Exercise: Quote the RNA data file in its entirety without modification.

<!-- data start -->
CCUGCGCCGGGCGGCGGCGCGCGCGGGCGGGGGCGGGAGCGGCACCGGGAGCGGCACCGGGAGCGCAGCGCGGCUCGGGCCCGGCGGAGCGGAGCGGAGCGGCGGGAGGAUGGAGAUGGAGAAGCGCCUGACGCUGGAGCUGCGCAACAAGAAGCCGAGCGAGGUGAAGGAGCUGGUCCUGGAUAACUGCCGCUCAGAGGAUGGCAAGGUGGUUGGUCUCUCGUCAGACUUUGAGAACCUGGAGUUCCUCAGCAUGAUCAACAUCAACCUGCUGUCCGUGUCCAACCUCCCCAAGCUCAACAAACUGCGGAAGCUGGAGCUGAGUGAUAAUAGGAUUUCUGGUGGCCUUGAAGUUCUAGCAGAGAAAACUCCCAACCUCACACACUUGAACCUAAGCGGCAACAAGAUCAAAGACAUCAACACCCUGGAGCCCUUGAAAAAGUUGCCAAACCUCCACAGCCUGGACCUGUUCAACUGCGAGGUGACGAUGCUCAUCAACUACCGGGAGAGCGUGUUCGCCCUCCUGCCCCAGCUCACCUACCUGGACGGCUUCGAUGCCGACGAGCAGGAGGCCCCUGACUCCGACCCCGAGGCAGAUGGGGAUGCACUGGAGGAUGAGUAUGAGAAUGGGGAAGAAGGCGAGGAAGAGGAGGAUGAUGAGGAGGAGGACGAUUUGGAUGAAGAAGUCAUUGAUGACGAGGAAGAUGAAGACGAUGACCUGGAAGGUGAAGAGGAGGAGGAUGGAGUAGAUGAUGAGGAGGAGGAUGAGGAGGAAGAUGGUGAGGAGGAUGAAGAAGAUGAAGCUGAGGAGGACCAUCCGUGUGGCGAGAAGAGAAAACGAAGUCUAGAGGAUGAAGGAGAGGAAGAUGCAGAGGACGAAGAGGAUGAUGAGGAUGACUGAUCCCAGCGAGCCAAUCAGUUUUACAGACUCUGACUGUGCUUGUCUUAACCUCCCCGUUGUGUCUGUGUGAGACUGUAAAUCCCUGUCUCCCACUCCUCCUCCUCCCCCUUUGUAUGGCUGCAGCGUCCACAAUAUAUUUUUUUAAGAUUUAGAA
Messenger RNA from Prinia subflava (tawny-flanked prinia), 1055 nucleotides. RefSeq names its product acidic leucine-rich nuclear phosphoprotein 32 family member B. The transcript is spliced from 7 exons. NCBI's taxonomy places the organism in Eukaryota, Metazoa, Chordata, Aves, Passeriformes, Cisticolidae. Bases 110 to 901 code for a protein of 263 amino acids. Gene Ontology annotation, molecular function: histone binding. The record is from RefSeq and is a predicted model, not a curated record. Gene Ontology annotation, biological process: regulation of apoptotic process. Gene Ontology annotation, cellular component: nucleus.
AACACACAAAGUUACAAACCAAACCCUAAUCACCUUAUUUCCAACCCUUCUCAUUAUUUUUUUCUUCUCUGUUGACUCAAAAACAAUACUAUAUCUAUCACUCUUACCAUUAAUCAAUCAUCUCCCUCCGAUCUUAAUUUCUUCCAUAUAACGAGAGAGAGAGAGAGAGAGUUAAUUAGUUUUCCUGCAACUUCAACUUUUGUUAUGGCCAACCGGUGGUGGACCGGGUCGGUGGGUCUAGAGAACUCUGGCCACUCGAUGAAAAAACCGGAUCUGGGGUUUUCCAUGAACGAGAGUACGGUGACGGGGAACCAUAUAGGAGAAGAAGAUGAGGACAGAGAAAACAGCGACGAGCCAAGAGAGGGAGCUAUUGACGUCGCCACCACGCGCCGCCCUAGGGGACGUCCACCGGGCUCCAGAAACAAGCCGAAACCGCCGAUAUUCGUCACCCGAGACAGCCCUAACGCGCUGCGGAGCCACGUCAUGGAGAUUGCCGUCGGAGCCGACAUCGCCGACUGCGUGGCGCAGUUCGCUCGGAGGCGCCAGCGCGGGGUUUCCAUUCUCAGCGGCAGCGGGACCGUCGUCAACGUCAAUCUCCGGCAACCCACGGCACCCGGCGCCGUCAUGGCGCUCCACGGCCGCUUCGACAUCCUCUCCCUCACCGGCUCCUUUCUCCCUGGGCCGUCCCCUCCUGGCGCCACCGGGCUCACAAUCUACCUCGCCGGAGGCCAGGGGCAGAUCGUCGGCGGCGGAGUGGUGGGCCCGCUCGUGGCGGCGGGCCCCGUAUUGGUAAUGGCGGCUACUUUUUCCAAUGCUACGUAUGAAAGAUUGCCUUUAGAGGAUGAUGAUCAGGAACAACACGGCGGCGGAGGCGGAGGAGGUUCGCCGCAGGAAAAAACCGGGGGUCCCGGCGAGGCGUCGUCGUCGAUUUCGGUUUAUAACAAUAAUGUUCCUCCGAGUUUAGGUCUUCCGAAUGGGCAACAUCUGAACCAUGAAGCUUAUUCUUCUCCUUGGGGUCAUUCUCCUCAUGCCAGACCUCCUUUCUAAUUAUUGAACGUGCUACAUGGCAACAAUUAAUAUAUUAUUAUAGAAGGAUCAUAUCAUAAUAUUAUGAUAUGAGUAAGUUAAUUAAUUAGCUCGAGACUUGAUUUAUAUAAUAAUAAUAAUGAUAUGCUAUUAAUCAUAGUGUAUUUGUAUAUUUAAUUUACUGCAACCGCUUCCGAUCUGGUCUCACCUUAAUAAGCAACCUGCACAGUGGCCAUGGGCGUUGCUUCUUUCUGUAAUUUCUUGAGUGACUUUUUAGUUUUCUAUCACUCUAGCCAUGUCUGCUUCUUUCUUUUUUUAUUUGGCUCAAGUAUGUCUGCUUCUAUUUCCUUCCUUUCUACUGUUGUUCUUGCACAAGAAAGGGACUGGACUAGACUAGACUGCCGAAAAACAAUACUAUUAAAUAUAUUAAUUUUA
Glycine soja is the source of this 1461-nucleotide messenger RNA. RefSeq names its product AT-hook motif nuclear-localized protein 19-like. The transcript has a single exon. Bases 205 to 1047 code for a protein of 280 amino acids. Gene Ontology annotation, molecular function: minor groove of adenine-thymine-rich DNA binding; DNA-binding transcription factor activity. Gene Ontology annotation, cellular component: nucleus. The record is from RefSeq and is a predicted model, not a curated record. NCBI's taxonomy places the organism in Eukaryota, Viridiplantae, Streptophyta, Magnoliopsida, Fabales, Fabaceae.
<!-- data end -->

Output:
CCUGCGCCGGGCGGCGGCGCGCGCGGGCGGGGGCGGGAGCGGCACCGGGAGCGGCACCGGGAGCGCAGCGCGGCUCGGGCCCGGCGGAGCGGAGCGGAGCGGCGGGAGGAUGGAGAUGGAGAAGCGCCUGACGCUGGAGCUGCGCAACAAGAAGCCGAGCGAGGUGAAGGAGCUGGUCCUGGAUAACUGCCGCUCAGAGGAUGGCAAGGUGGUUGGUCUCUCGUCAGACUUUGAGAACCUGGAGUUCCUCAGCAUGAUCAACAUCAACCUGCUGUCCGUGUCCAACCUCCCCAAGCUCAACAAACUGCGGAAGCUGGAGCUGAGUGAUAAUAGGAUUUCUGGUGGCCUUGAAGUUCUAGCAGAGAAAACUCCCAACCUCACACACUUGAACCUAAGCGGCAACAAGAUCAAAGACAUCAACACCCUGGAGCCCUUGAAAAAGUUGCCAAACCUCCACAGCCUGGACCUGUUCAACUGCGAGGUGACGAUGCUCAUCAACUACCGGGAGAGCGUGUUCGCCCUCCUGCCCCAGCUCACCUACCUGGACGGCUUCGAUGCCGACGAGCAGGAGGCCCCUGACUCCGACCCCGAGGCAGAUGGGGAUGCACUGGAGGAUGAGUAUGAGAAUGGGGAAGAAGGCGAGGAAGAGGAGGAUGAUGAGGAGGAGGACGAUUUGGAUGAAGAAGUCAUUGAUGACGAGGAAGAUGAAGACGAUGACCUGGAAGGUGAAGAGGAGGAGGAUGGAGUAGAUGAUGAGGAGGAGGAUGAGGAGGAAGAUGGUGAGGAGGAUGAAGAAGAUGAAGCUGAGGAGGACCAUCCGUGUGGCGAGAAGAGAAAACGAAGUCUAGAGGAUGAAGGAGAGGAAGAUGCAGAGGACGAAGAGGAUGAUGAGGAUGACUGAUCCCAGCGAGCCAAUCAGUUUUACAGACUCUGACUGUGCUUGUCUUAACCUCCCCGUUGUGUCUGUGUGAGACUGUAAAUCCCUGUCUCCCACUCCUCCUCCUCCCCCUUUGUAUGGCUGCAGCGUCCACAAUAUAUUUUUUUAAGAUUUAGAA
Messenger RNA from Prinia subflava (tawny-flanked prinia), 1055 nucleotides. RefSeq names its product acidic leucine-rich nuclear phosphoprotein 32 family member B. The transcript is spliced from 7 exons. NCBI's taxonomy places the organism in Eukaryota, Metazoa, Chordata, Aves, Passeriformes, Cisticolidae. Bases 110 to 901 code for a protein of 263 amino acids. Gene Ontology annotation, molecular function: histone binding. The record is from RefSeq and is a predicted model, not a curated record. Gene Ontology annotation, biological process: regulation of apoptotic process. Gene Ontology annotation, cellular component: nucleus.
AACACACAAAGUUACAAACCAAACCCUAAUCACCUUAUUUCCAACCCUUCUCAUUAUUUUUUUCUUCUCUGUUGACUCAAAAACAAUACUAUAUCUAUCACUCUUACCAUUAAUCAAUCAUCUCCCUCCGAUCUUAAUUUCUUCCAUAUAACGAGAGAGAGAGAGAGAGAGUUAAUUAGUUUUCCUGCAACUUCAACUUUUGUUAUGGCCAACCGGUGGUGGACCGGGUCGGUGGGUCUAGAGAACUCUGGCCACUCGAUGAAAAAACCGGAUCUGGGGUUUUCCAUGAACGAGAGUACGGUGACGGGGAACCAUAUAGGAGAAGAAGAUGAGGACAGAGAAAACAGCGACGAGCCAAGAGAGGGAGCUAUUGACGUCGCCACCACGCGCCGCCCUAGGGGACGUCCACCGGGCUCCAGAAACAAGCCGAAACCGCCGAUAUUCGUCACCCGAGACAGCCCUAACGCGCUGCGGAGCCACGUCAUGGAGAUUGCCGUCGGAGCCGACAUCGCCGACUGCGUGGCGCAGUUCGCUCGGAGGCGCCAGCGCGGGGUUUCCAUUCUCAGCGGCAGCGGGACCGUCGUCAACGUCAAUCUCCGGCAACCCACGGCACCCGGCGCCGUCAUGGCGCUCCACGGCCGCUUCGACAUCCUCUCCCUCACCGGCUCCUUUCUCCCUGGGCCGUCCCCUCCUGGCGCCACCGGGCUCACAAUCUACCUCGCCGGAGGCCAGGGGCAGAUCGUCGGCGGCGGAGUGGUGGGCCCGCUCGUGGCGGCGGGCCCCGUAUUGGUAAUGGCGGCUACUUUUUCCAAUGCUACGUAUGAAAGAUUGCCUUUAGAGGAUGAUGAUCAGGAACAACACGGCGGCGGAGGCGGAGGAGGUUCGCCGCAGGAAAAAACCGGGGGUCCCGGCGAGGCGUCGUCGUCGAUUUCGGUUUAUAACAAUAAUGUUCCUCCGAGUUUAGGUCUUCCGAAUGGGCAACAUCUGAACCAUGAAGCUUAUUCUUCUCCUUGGGGUCAUUCUCCUCAUGCCAGACCUCCUUUCUAAUUAUUGAACGUGCUACAUGGCAACAAUUAAUAUAUUAUUAUAGAAGGAUCAUAUCAUAAUAUUAUGAUAUGAGUAAGUUAAUUAAUUAGCUCGAGACUUGAUUUAUAUAAUAAUAAUAAUGAUAUGCUAUUAAUCAUAGUGUAUUUGUAUAUUUAAUUUACUGCAACCGCUUCCGAUCUGGUCUCACCUUAAUAAGCAACCUGCACAGUGGCCAUGGGCGUUGCUUCUUUCUGUAAUUUCUUGAGUGACUUUUUAGUUUUCUAUCACUCUAGCCAUGUCUGCUUCUUUCUUUUUUUAUUUGGCUCAAGUAUGUCUGCUUCUAUUUCCUUCCUUUCUACUGUUGUUCUUGCACAAGAAAGGGACUGGACUAGACUAGACUGCCGAAAAACAAUACUAUUAAAUAUAUUAAUUUUA
Glycine soja is the source of this 1461-nucleotide messenger RNA. RefSeq names its product AT-hook motif nuclear-localized protein 19-like. The transcript has a single exon. Bases 205 to 1047 code for a protein of 280 amino acids. Gene Ontology annotation, molecular function: minor groove of adenine-thymine-rich DNA binding; DNA-binding transcription factor activity. Gene Ontology annotation, cellular component: nucleus. The record is from RefSeq and is a predicted model, not a curated record. NCBI's taxonomy places the organism in Eukaryota, Viridiplantae, Streptophyta, Magnoliopsida, Fabales, Fabaceae.